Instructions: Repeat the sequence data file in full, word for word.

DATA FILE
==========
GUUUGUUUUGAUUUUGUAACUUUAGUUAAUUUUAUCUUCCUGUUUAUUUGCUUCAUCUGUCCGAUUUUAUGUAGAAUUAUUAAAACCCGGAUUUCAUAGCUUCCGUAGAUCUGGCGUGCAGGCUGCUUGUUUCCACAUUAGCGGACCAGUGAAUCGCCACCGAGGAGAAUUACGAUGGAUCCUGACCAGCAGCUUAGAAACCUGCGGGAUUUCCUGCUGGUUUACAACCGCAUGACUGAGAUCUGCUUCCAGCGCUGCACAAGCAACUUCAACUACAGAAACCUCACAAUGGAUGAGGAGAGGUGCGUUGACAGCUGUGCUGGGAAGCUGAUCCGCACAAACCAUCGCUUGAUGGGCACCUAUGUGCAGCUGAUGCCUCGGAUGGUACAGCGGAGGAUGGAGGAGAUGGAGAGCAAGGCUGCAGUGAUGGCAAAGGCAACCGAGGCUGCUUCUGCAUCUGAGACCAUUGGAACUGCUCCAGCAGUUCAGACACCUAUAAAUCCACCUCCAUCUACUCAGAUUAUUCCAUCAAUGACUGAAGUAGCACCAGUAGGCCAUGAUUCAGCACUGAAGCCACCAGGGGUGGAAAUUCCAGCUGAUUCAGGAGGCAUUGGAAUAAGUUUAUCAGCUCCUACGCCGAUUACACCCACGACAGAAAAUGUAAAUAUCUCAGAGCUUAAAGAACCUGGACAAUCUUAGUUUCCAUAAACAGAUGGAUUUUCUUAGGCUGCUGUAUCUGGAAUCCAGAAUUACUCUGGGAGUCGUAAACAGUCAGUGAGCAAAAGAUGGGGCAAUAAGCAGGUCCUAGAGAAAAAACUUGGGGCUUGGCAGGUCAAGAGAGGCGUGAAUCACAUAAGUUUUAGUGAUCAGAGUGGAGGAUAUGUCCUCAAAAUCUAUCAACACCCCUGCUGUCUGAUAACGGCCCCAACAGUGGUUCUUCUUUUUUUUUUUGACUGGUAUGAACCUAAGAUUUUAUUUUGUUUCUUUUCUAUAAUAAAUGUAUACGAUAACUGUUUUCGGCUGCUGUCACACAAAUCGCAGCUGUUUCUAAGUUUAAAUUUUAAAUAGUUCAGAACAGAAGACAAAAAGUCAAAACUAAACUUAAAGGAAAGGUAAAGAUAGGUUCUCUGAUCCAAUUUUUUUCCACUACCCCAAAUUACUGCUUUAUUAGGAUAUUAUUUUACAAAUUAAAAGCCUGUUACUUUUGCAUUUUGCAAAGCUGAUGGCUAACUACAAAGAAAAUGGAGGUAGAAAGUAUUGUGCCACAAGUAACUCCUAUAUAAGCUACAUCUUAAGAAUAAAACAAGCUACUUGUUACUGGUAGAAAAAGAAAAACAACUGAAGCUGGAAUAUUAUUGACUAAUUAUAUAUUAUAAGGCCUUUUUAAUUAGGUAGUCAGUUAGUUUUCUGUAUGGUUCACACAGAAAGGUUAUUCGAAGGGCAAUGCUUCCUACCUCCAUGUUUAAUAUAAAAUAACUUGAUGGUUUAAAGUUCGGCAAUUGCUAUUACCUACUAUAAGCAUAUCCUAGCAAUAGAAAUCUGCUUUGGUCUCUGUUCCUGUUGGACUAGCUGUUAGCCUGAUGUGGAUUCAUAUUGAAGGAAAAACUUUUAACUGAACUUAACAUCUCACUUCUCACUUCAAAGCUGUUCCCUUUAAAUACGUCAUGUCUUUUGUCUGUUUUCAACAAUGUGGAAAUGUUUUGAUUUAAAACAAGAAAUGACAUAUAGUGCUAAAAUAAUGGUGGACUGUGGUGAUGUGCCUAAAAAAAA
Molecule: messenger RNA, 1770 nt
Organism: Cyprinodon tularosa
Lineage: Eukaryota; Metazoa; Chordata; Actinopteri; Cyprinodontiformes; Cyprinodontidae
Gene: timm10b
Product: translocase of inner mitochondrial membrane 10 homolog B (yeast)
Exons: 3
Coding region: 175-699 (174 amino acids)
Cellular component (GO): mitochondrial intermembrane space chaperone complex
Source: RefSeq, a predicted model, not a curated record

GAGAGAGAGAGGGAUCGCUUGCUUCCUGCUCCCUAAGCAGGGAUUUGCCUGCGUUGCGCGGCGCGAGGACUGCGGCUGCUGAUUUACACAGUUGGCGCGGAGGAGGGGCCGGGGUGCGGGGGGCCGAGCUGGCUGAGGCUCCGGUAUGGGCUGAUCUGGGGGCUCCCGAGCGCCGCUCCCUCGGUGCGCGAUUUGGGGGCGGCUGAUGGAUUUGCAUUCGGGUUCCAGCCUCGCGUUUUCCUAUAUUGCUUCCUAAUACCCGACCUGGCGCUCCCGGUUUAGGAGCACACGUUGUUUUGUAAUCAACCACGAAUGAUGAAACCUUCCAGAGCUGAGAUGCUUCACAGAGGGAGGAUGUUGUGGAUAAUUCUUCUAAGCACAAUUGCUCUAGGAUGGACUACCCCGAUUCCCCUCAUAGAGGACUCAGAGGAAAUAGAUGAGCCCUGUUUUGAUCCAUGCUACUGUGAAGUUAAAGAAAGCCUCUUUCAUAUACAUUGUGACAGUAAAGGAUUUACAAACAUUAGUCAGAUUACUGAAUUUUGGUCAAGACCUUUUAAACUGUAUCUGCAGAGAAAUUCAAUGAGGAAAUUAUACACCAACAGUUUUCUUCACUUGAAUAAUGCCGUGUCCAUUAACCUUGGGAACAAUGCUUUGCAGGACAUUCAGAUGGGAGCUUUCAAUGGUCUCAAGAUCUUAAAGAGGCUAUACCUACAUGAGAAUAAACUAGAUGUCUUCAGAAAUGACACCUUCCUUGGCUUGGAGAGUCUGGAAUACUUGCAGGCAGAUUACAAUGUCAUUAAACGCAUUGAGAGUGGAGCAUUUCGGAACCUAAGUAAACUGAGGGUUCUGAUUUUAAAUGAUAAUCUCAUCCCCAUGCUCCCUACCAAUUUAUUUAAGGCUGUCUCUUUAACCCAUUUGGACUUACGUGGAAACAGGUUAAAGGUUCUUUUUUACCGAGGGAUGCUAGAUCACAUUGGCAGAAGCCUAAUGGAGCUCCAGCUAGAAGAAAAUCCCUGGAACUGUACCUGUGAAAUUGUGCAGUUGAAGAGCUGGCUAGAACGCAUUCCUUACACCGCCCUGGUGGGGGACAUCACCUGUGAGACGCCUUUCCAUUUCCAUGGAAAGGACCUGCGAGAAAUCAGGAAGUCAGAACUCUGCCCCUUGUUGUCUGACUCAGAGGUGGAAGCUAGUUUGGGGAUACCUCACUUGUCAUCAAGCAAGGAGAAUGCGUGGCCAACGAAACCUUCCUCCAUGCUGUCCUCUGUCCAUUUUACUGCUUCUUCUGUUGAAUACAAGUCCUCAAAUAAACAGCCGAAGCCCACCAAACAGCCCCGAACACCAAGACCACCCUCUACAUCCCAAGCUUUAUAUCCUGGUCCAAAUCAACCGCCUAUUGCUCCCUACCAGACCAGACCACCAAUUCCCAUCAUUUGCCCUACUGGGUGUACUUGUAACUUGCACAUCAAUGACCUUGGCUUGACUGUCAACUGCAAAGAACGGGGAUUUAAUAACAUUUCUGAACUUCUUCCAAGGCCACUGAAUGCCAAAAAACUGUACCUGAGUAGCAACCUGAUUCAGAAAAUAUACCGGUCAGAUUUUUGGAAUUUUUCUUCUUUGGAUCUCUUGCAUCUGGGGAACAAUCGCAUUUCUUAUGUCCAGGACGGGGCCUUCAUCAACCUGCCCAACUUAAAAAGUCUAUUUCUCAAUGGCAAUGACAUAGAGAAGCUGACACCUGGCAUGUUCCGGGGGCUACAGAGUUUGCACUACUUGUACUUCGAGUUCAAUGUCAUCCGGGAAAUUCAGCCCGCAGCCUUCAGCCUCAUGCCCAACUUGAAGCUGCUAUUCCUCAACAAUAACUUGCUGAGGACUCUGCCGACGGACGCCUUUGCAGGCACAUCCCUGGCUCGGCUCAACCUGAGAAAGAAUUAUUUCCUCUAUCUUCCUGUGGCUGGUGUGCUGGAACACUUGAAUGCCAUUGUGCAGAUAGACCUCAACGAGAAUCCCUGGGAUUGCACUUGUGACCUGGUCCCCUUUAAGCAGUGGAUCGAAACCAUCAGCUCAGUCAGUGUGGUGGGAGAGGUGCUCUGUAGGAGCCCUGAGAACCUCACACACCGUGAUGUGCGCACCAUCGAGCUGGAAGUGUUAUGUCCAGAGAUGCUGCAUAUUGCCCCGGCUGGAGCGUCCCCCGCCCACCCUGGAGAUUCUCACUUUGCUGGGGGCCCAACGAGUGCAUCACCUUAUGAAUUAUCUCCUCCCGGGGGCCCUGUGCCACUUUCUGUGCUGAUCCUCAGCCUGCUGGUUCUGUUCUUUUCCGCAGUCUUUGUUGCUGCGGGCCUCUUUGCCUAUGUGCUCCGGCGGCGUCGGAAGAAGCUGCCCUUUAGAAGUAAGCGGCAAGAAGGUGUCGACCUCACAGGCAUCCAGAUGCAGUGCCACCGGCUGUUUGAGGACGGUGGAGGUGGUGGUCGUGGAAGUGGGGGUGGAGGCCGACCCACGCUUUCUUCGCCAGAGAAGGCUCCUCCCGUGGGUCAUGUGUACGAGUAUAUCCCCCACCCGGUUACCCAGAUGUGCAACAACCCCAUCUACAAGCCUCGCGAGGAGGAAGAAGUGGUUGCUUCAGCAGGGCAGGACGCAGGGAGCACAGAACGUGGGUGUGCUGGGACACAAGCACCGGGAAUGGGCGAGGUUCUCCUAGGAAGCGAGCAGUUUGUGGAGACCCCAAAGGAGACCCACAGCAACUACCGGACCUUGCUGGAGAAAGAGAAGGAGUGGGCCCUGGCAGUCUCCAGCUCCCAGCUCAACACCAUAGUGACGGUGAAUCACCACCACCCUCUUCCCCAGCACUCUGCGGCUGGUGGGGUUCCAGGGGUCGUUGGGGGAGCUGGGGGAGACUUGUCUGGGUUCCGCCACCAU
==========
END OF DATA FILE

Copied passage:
GUUUGUUUUGAUUUUGUAACUUUAGUUAAUUUUAUCUUCCUGUUUAUUUGCUUCAUCUGUCCGAUUUUAUGUAGAAUUAUUAAAACCCGGAUUUCAUAGCUUCCGUAGAUCUGGCGUGCAGGCUGCUUGUUUCCACAUUAGCGGACCAGUGAAUCGCCACCGAGGAGAAUUACGAUGGAUCCUGACCAGCAGCUUAGAAACCUGCGGGAUUUCCUGCUGGUUUACAACCGCAUGACUGAGAUCUGCUUCCAGCGCUGCACAAGCAACUUCAACUACAGAAACCUCACAAUGGAUGAGGAGAGGUGCGUUGACAGCUGUGCUGGGAAGCUGAUCCGCACAAACCAUCGCUUGAUGGGCACCUAUGUGCAGCUGAUGCCUCGGAUGGUACAGCGGAGGAUGGAGGAGAUGGAGAGCAAGGCUGCAGUGAUGGCAAAGGCAACCGAGGCUGCUUCUGCAUCUGAGACCAUUGGAACUGCUCCAGCAGUUCAGACACCUAUAAAUCCACCUCCAUCUACUCAGAUUAUUCCAUCAAUGACUGAAGUAGCACCAGUAGGCCAUGAUUCAGCACUGAAGCCACCAGGGGUGGAAAUUCCAGCUGAUUCAGGAGGCAUUGGAAUAAGUUUAUCAGCUCCUACGCCGAUUACACCCACGACAGAAAAUGUAAAUAUCUCAGAGCUUAAAGAACCUGGACAAUCUUAGUUUCCAUAAACAGAUGGAUUUUCUUAGGCUGCUGUAUCUGGAAUCCAGAAUUACUCUGGGAGUCGUAAACAGUCAGUGAGCAAAAGAUGGGGCAAUAAGCAGGUCCUAGAGAAAAAACUUGGGGCUUGGCAGGUCAAGAGAGGCGUGAAUCACAUAAGUUUUAGUGAUCAGAGUGGAGGAUAUGUCCUCAAAAUCUAUCAACACCCCUGCUGUCUGAUAACGGCCCCAACAGUGGUUCUUCUUUUUUUUUUUGACUGGUAUGAACCUAAGAUUUUAUUUUGUUUCUUUUCUAUAAUAAAUGUAUACGAUAACUGUUUUCGGCUGCUGUCACACAAAUCGCAGCUGUUUCUAAGUUUAAAUUUUAAAUAGUUCAGAACAGAAGACAAAAAGUCAAAACUAAACUUAAAGGAAAGGUAAAGAUAGGUUCUCUGAUCCAAUUUUUUUCCACUACCCCAAAUUACUGCUUUAUUAGGAUAUUAUUUUACAAAUUAAAAGCCUGUUACUUUUGCAUUUUGCAAAGCUGAUGGCUAACUACAAAGAAAAUGGAGGUAGAAAGUAUUGUGCCACAAGUAACUCCUAUAUAAGCUACAUCUUAAGAAUAAAACAAGCUACUUGUUACUGGUAGAAAAAGAAAAACAACUGAAGCUGGAAUAUUAUUGACUAAUUAUAUAUUAUAAGGCCUUUUUAAUUAGGUAGUCAGUUAGUUUUCUGUAUGGUUCACACAGAAAGGUUAUUCGAAGGGCAAUGCUUCCUACCUCCAUGUUUAAUAUAAAAUAACUUGAUGGUUUAAAGUUCGGCAAUUGCUAUUACCUACUAUAAGCAUAUCCUAGCAAUAGAAAUCUGCUUUGGUCUCUGUUCCUGUUGGACUAGCUGUUAGCCUGAUGUGGAUUCAUAUUGAAGGAAAAACUUUUAACUGAACUUAACAUCUCACUUCUCACUUCAAAGCUGUUCCCUUUAAAUACGUCAUGUCUUUUGUCUGUUUUCAACAAUGUGGAAAUGUUUUGAUUUAAAACAAGAAAUGACAUAUAGUGCUAAAAUAAUGGUGGACUGUGGUGAUGUGCCUAAAAAAAA
Molecule: messenger RNA, 1770 nt
Organism: Cyprinodon tularosa
Lineage: Eukaryota; Metazoa; Chordata; Actinopteri; Cyprinodontiformes; Cyprinodontidae
Gene: timm10b
Product: translocase of inner mitochondrial membrane 10 homolog B (yeast)
Exons: 3
Coding region: 175-699 (174 amino acids)
Cellular component (GO): mitochondrial intermembrane space chaperone complex
Source: RefSeq, a predicted model, not a curated record

GAGAGAGAGAGGGAUCGCUUGCUUCCUGCUCCCUAAGCAGGGAUUUGCCUGCGUUGCGCGGCGCGAGGACUGCGGCUGCUGAUUUACACAGUUGGCGCGGAGGAGGGGCCGGGGUGCGGGGGGCCGAGCUGGCUGAGGCUCCGGUAUGGGCUGAUCUGGGGGCUCCCGAGCGCCGCUCCCUCGGUGCGCGAUUUGGGGGCGGCUGAUGGAUUUGCAUUCGGGUUCCAGCCUCGCGUUUUCCUAUAUUGCUUCCUAAUACCCGACCUGGCGCUCCCGGUUUAGGAGCACACGUUGUUUUGUAAUCAACCACGAAUGAUGAAACCUUCCAGAGCUGAGAUGCUUCACAGAGGGAGGAUGUUGUGGAUAAUUCUUCUAAGCACAAUUGCUCUAGGAUGGACUACCCCGAUUCCCCUCAUAGAGGACUCAGAGGAAAUAGAUGAGCCCUGUUUUGAUCCAUGCUACUGUGAAGUUAAAGAAAGCCUCUUUCAUAUACAUUGUGACAGUAAAGGAUUUACAAACAUUAGUCAGAUUACUGAAUUUUGGUCAAGACCUUUUAAACUGUAUCUGCAGAGAAAUUCAAUGAGGAAAUUAUACACCAACAGUUUUCUUCACUUGAAUAAUGCCGUGUCCAUUAACCUUGGGAACAAUGCUUUGCAGGACAUUCAGAUGGGAGCUUUCAAUGGUCUCAAGAUCUUAAAGAGGCUAUACCUACAUGAGAAUAAACUAGAUGUCUUCAGAAAUGACACCUUCCUUGGCUUGGAGAGUCUGGAAUACUUGCAGGCAGAUUACAAUGUCAUUAAACGCAUUGAGAGUGGAGCAUUUCGGAACCUAAGUAAACUGAGGGUUCUGAUUUUAAAUGAUAAUCUCAUCCCCAUGCUCCCUACCAAUUUAUUUAAGGCUGUCUCUUUAACCCAUUUGGACUUACGUGGAAACAGGUUAAAGGUUCUUUUUUACCGAGGGAUGCUAGAUCACAUUGGCAGAAGCCUAAUGGAGCUCCAGCUAGAAGAAAAUCCCUGGAACUGUACCUGUGAAAUUGUGCAGUUGAAGAGCUGGCUAGAACGCAUUCCUUACACCGCCCUGGUGGGGGACAUCACCUGUGAGACGCCUUUCCAUUUCCAUGGAAAGGACCUGCGAGAAAUCAGGAAGUCAGAACUCUGCCCCUUGUUGUCUGACUCAGAGGUGGAAGCUAGUUUGGGGAUACCUCACUUGUCAUCAAGCAAGGAGAAUGCGUGGCCAACGAAACCUUCCUCCAUGCUGUCCUCUGUCCAUUUUACUGCUUCUUCUGUUGAAUACAAGUCCUCAAAUAAACAGCCGAAGCCCACCAAACAGCCCCGAACACCAAGACCACCCUCUACAUCCCAAGCUUUAUAUCCUGGUCCAAAUCAACCGCCUAUUGCUCCCUACCAGACCAGACCACCAAUUCCCAUCAUUUGCCCUACUGGGUGUACUUGUAACUUGCACAUCAAUGACCUUGGCUUGACUGUCAACUGCAAAGAACGGGGAUUUAAUAACAUUUCUGAACUUCUUCCAAGGCCACUGAAUGCCAAAAAACUGUACCUGAGUAGCAACCUGAUUCAGAAAAUAUACCGGUCAGAUUUUUGGAAUUUUUCUUCUUUGGAUCUCUUGCAUCUGGGGAACAAUCGCAUUUCUUAUGUCCAGGACGGGGCCUUCAUCAACCUGCCCAACUUAAAAAGUCUAUUUCUCAAUGGCAAUGACAUAGAGAAGCUGACACCUGGCAUGUUCCGGGGGCUACAGAGUUUGCACUACUUGUACUUCGAGUUCAAUGUCAUCCGGGAAAUUCAGCCCGCAGCCUUCAGCCUCAUGCCCAACUUGAAGCUGCUAUUCCUCAACAAUAACUUGCUGAGGACUCUGCCGACGGACGCCUUUGCAGGCACAUCCCUGGCUCGGCUCAACCUGAGAAAGAAUUAUUUCCUCUAUCUUCCUGUGGCUGGUGUGCUGGAACACUUGAAUGCCAUUGUGCAGAUAGACCUCAACGAGAAUCCCUGGGAUUGCACUUGUGACCUGGUCCCCUUUAAGCAGUGGAUCGAAACCAUCAGCUCAGUCAGUGUGGUGGGAGAGGUGCUCUGUAGGAGCCCUGAGAACCUCACACACCGUGAUGUGCGCACCAUCGAGCUGGAAGUGUUAUGUCCAGAGAUGCUGCAUAUUGCCCCGGCUGGAGCGUCCCCCGCCCACCCUGGAGAUUCUCACUUUGCUGGGGGCCCAACGAGUGCAUCACCUUAUGAAUUAUCUCCUCCCGGGGGCCCUGUGCCACUUUCUGUGCUGAUCCUCAGCCUGCUGGUUCUGUUCUUUUCCGCAGUCUUUGUUGCUGCGGGCCUCUUUGCCUAUGUGCUCCGGCGGCGUCGGAAGAAGCUGCCCUUUAGAAGUAAGCGGCAAGAAGGUGUCGACCUCACAGGCAUCCAGAUGCAGUGCCACCGGCUGUUUGAGGACGGUGGAGGUGGUGGUCGUGGAAGUGGGGGUGGAGGCCGACCCACGCUUUCUUCGCCAGAGAAGGCUCCUCCCGUGGGUCAUGUGUACGAGUAUAUCCCCCACCCGGUUACCCAGAUGUGCAACAACCCCAUCUACAAGCCUCGCGAGGAGGAAGAAGUGGUUGCUUCAGCAGGGCAGGACGCAGGGAGCACAGAACGUGGGUGUGCUGGGACACAAGCACCGGGAAUGGGCGAGGUUCUCCUAGGAAGCGAGCAGUUUGUGGAGACCCCAAAGGAGACCCACAGCAACUACCGGACCUUGCUGGAGAAAGAGAAGGAGUGGGCCCUGGCAGUCUCCAGCUCCCAGCUCAACACCAUAGUGACGGUGAAUCACCACCACCCUCUUCCCCAGCACUCUGCGGCUGGUGGGGUUCCAGGGGUCGUUGGGGGAGCUGGGGGAGACUUGUCUGGGUUCCGCCACCAU